SpaceX is intent on revolutionising the space race to speed-up the exploration of the solar system. To realise this ambition, the Elon Musk-owned company is testing a reusable heavy-lift launch rocket dubbed the Falcon Heavy. And last week’s SpaceX Falcon Heavy launch — only its second ever trip to space — has been immortalised with a series of snaps underlying the spacecraft’s formidable power.
Remote cameras placed on launch pad 39A at NASA’s Kennedy Space Centre show SpaceX’s Falcon Heavy rocket blasting into the sky on Thursday evening.
The Falcon Heavy was powered into the heavens with more than 5 million pounds of thrust.
The triple-core rocket, powered by 27 Merlin main engines, was sent hurtling over the Atlantic Ocean with the Arabsat 6A communications satellite on board.
Last week’s launch was only the second for the Falcon Heavy, and the SpaceX launcher’s first flight for a paying customer.
Two-and-a-half minutes after liftoff, the Falcon Heavy’s two side boosters detached and returned to Florida’s Cape Canaveral for simultaneous successful landings at SpaceX’x landing zones approximately 9 miles (15 km) south of the launch site.
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The core stage later landed on SpaceX’s drone ship in the Atlantic Ocean more than 600 miles (approximately 1,000 km) away, while the second stage continued into orbit with Arabsat 6A.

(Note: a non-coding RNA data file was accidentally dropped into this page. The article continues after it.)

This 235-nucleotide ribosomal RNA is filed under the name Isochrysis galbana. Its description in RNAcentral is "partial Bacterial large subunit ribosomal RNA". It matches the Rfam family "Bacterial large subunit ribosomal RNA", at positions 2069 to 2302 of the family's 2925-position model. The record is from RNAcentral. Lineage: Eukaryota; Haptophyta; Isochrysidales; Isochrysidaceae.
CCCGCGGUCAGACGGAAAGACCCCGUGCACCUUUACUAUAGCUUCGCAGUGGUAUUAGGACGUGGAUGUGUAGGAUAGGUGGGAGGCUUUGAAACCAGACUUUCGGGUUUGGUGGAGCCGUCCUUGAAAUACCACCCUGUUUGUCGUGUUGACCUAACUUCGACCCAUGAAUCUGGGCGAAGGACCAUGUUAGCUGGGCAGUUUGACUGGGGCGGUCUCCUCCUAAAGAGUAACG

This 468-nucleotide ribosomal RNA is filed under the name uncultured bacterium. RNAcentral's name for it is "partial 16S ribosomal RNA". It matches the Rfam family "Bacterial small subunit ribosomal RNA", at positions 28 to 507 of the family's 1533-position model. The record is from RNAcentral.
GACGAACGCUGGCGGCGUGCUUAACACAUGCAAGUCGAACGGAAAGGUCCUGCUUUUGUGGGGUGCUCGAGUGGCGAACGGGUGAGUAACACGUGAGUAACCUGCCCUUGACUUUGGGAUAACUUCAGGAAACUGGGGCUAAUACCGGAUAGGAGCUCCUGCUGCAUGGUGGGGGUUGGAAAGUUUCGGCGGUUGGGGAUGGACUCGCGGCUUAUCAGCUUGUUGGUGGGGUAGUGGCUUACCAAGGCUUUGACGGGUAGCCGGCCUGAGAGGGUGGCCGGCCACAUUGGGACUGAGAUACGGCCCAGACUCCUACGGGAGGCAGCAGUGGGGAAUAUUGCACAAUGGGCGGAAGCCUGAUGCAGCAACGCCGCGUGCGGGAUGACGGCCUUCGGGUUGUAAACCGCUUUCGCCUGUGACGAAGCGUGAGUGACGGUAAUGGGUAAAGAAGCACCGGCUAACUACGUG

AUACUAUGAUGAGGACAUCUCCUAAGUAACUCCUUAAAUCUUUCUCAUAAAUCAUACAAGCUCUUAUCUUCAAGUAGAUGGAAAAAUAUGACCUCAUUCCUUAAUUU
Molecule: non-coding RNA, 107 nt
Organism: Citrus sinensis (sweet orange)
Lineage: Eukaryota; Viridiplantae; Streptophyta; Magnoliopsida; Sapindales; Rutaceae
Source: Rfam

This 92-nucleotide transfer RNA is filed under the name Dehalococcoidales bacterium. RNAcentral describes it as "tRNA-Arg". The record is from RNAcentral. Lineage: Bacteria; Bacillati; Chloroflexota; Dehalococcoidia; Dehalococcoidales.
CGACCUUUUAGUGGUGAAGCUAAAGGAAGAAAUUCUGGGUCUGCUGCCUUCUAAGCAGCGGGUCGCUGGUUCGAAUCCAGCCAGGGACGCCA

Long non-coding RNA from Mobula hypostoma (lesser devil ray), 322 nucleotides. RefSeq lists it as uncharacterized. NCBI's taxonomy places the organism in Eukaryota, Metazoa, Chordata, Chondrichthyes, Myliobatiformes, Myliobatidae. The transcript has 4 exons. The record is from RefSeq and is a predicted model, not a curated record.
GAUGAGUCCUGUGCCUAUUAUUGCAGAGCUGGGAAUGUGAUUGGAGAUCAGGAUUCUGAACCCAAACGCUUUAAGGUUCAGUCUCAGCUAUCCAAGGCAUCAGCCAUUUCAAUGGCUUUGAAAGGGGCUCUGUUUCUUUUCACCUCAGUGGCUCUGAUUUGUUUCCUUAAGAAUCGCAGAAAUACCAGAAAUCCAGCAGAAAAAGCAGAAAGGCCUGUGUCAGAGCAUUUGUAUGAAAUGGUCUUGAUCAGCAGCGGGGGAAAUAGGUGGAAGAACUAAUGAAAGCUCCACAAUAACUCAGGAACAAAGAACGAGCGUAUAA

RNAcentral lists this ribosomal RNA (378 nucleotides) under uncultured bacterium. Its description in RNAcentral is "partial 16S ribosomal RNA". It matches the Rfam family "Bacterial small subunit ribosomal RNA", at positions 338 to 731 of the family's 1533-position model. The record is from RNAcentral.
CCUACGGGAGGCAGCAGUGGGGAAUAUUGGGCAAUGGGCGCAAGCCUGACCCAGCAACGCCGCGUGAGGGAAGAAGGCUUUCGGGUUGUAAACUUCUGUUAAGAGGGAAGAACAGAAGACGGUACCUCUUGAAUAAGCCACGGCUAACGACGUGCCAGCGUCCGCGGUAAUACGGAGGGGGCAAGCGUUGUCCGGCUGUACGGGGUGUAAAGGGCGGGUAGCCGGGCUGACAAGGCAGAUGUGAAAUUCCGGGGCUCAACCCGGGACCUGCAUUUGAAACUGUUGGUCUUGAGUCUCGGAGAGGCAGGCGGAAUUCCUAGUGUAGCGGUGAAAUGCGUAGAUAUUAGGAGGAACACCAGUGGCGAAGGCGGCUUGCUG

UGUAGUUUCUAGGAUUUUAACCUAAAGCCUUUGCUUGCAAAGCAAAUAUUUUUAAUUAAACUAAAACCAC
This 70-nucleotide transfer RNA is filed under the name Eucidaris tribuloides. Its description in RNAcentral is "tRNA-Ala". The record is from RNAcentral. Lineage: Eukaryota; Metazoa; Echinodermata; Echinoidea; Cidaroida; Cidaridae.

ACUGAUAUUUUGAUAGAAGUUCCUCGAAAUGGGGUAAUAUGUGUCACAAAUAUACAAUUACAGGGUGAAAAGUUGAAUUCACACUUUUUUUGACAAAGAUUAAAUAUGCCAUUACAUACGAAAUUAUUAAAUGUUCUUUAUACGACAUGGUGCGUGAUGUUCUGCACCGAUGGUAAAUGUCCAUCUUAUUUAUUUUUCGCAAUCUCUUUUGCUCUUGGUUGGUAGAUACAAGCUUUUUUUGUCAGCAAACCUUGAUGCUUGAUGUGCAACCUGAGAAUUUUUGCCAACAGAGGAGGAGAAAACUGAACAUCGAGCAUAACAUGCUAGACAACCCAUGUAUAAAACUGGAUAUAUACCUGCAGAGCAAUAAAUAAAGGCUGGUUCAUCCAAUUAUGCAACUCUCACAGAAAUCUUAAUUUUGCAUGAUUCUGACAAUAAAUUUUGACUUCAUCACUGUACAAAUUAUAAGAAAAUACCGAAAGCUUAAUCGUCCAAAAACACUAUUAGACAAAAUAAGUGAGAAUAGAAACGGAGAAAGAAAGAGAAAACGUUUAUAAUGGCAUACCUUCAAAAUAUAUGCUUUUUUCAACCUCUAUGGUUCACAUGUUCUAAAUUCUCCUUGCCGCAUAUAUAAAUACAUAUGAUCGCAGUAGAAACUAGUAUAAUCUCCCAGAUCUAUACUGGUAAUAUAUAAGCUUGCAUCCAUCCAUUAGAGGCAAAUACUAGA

Photos released by SpaceX show the fiery inferno released by the Falcon Heavy’s launch, and the landings by the rocket’s two side boosters a few minutes later.
Jim Reuter, NASA’s acting associate administrator, said: ”We are pleased with the success of yesterday’s Falcon Heavy launch and first-stage landings.
“We have important technologies that are ready to fly, and this success helps put us on that path.”
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US space agency NASA plan to launch several experiments into space simultaneously, with the aim to upgrade the design and performance of future rockets.
The missions will also launch from the Kennedy Space Centre as part of the US Air Force’s Space Test Program-2 (STP-2) mission.
NASA has already confirmed the US Air Force and SpaceX will prepare for the launch in the coming months.
The Falcon Heavy will soon blast NASA’s Green Propellant Infusion Mission into orbit, to test an alternative to the traditional chemical propulsion used in rockets.
The mission will test a new fuel/oxidiser blend called hydroxyl ammonium nitrate, which is considered safer to use and kinder to the environment than hydrazine, a popular but toxic rocket engine fuel.
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Another NASA experiment involves two small and relatively cheap cube-sats.
These robots will comprise the Enhanced Tandem Beacon Experiment (E-TBEx) and will measure how disturbances in Earth’s atmosphere interfere with radio signals and GPS.
NASA hopes the study will improve forecasting such distortions to secure communications technology in the future.
NASA’s third scheduled mission involves the Deep Space Atomic Clock – a highly accurate timepiece that is set to improve navigation, and the Space Environment Testbeds device, examining how solar radiation near the Earth affects hardware on the spacecraft.
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